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Amplifying Evangelism—Doing Evangelism in the Workplace

By Ed Stetzer Integrating evangelism into our workplaces is critical. If the average person spends at least eight hours on work five days of the week, then in the span of a year, this adds up to 2,080 hours a year in the workplace setting and community. Even if this number is half of this, that’s still a lot of time. Much ink has been spent on how Christians can share their faith in the workplace and why or why not those who follow Jesus should even try to do evangelism in the workplace. If done properly, there is one foundational reason that all of us should be seeking ways to share our faith wherever God has placed us: we have been called to share our faith by the very God we acknowledge is Lord. I won’t go into all the scriptures that call us towards a gospel witness in both word and deed (e.g., Isa. 6:8-9, Acts 22: 14-15; Acts 4:20; Matt. 28:19). What I will say is that evangelism, when done in the proper way and the proper setting, is of utmost importance if we are to see God’s kingdom grow and more people come into a saving knowledge of …read more Source:: Christianity Today       ...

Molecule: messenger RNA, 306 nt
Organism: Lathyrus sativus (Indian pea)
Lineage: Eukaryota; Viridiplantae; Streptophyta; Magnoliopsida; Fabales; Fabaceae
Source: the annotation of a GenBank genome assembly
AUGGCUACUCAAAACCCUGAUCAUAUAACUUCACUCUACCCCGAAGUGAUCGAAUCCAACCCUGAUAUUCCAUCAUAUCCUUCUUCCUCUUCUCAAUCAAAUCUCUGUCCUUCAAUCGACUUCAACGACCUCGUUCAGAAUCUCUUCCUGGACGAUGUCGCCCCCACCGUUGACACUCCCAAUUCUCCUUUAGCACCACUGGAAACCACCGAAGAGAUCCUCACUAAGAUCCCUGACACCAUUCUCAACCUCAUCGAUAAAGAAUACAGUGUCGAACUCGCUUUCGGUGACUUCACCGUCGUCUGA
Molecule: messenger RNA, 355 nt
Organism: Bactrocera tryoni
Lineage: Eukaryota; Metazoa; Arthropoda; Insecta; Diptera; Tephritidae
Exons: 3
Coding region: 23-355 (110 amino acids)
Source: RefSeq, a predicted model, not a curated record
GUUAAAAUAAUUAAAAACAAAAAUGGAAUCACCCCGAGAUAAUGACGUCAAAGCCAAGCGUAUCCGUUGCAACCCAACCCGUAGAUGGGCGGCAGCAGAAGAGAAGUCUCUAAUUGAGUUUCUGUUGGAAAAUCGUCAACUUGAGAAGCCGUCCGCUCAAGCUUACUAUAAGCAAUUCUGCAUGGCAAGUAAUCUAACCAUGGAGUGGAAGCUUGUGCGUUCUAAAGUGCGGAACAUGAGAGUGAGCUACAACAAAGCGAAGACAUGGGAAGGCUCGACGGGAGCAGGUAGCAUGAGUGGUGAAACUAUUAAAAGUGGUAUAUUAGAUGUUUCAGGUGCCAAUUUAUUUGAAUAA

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7 Spiritual Lessons from Running

By Halee Gray Scott What hitting the running trail taught me about the Christian life. I can trace my zeal for running back to a single moment: Summer 2003, at Yosemite National Park. My friends and I sat down to eat chips and deli sandwiches in the park’s Village Store when I realized I’d left my water bottle in the car. As I trudged the dusty 100 yards back through the dirt parking lot, I was appalled by my own dejection. How did I become a person too lazy to walk the length of a football field? That single moment catapulted me into more than a decade of fitness fanaticism. I’ve benched my body weight; scaled 14ers, some of the biggest mountain peaks in the US; hiked the Grand Canyon rim-to-rim, and finally, last year, completed my first marathon. This year, as the running season ramps up, I’ve already begun hitting the pavement here in Colorado to train for my first triathlon and my second marathon (and okay, the Bolder Boulder). Of all my fitness endeavors, running has done the most to improve both my physical and spiritual fitness. Given all the lessons I’ve learned on the running trail, Hebrews 12:1 resonates deeply with me …read more Source:: Christianity Today       ...